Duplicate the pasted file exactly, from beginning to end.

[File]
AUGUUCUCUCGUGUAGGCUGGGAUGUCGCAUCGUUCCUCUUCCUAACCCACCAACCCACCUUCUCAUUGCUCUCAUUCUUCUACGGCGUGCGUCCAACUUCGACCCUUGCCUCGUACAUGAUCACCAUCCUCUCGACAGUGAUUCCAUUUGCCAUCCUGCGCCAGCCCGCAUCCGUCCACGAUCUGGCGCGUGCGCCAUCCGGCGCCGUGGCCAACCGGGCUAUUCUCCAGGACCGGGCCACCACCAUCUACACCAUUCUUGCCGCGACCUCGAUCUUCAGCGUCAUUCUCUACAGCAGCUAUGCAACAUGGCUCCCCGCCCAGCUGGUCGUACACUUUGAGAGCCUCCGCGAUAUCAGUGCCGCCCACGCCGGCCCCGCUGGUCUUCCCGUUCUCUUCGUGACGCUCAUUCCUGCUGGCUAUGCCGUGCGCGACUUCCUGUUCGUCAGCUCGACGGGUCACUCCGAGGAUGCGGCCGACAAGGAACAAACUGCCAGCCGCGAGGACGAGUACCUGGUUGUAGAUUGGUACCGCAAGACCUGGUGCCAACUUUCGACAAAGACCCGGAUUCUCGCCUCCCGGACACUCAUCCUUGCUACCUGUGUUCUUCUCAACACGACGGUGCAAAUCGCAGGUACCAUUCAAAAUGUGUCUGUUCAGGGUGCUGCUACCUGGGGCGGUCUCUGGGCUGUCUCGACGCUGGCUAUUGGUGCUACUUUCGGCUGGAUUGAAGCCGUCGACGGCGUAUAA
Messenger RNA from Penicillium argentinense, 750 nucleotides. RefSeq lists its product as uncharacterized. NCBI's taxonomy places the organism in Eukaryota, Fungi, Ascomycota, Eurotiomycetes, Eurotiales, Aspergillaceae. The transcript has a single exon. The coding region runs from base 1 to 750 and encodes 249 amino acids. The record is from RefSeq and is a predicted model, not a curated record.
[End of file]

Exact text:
AUGUUCUCUCGUGUAGGCUGGGAUGUCGCAUCGUUCCUCUUCCUAACCCACCAACCCACCUUCUCAUUGCUCUCAUUCUUCUACGGCGUGCGUCCAACUUCGACCCUUGCCUCGUACAUGAUCACCAUCCUCUCGACAGUGAUUCCAUUUGCCAUCCUGCGCCAGCCCGCAUCCGUCCACGAUCUGGCGCGUGCGCCAUCCGGCGCCGUGGCCAACCGGGCUAUUCUCCAGGACCGGGCCACCACCAUCUACACCAUUCUUGCCGCGACCUCGAUCUUCAGCGUCAUUCUCUACAGCAGCUAUGCAACAUGGCUCCCCGCCCAGCUGGUCGUACACUUUGAGAGCCUCCGCGAUAUCAGUGCCGCCCACGCCGGCCCCGCUGGUCUUCCCGUUCUCUUCGUGACGCUCAUUCCUGCUGGCUAUGCCGUGCGCGACUUCCUGUUCGUCAGCUCGACGGGUCACUCCGAGGAUGCGGCCGACAAGGAACAAACUGCCAGCCGCGAGGACGAGUACCUGGUUGUAGAUUGGUACCGCAAGACCUGGUGCCAACUUUCGACAAAGACCCGGAUUCUCGCCUCCCGGACACUCAUCCUUGCUACCUGUGUUCUUCUCAACACGACGGUGCAAAUCGCAGGUACCAUUCAAAAUGUGUCUGUUCAGGGUGCUGCUACCUGGGGCGGUCUCUGGGCUGUCUCGACGCUGGCUAUUGGUGCUACUUUCGGCUGGAUUGAAGCCGUCGACGGCGUAUAA
Messenger RNA from Penicillium argentinense, 750 nucleotides. RefSeq lists its product as uncharacterized. NCBI's taxonomy places the organism in Eukaryota, Fungi, Ascomycota, Eurotiomycetes, Eurotiales, Aspergillaceae. The transcript has a single exon. The coding region runs from base 1 to 750 and encodes 249 amino acids. The record is from RefSeq and is a predicted model, not a curated record.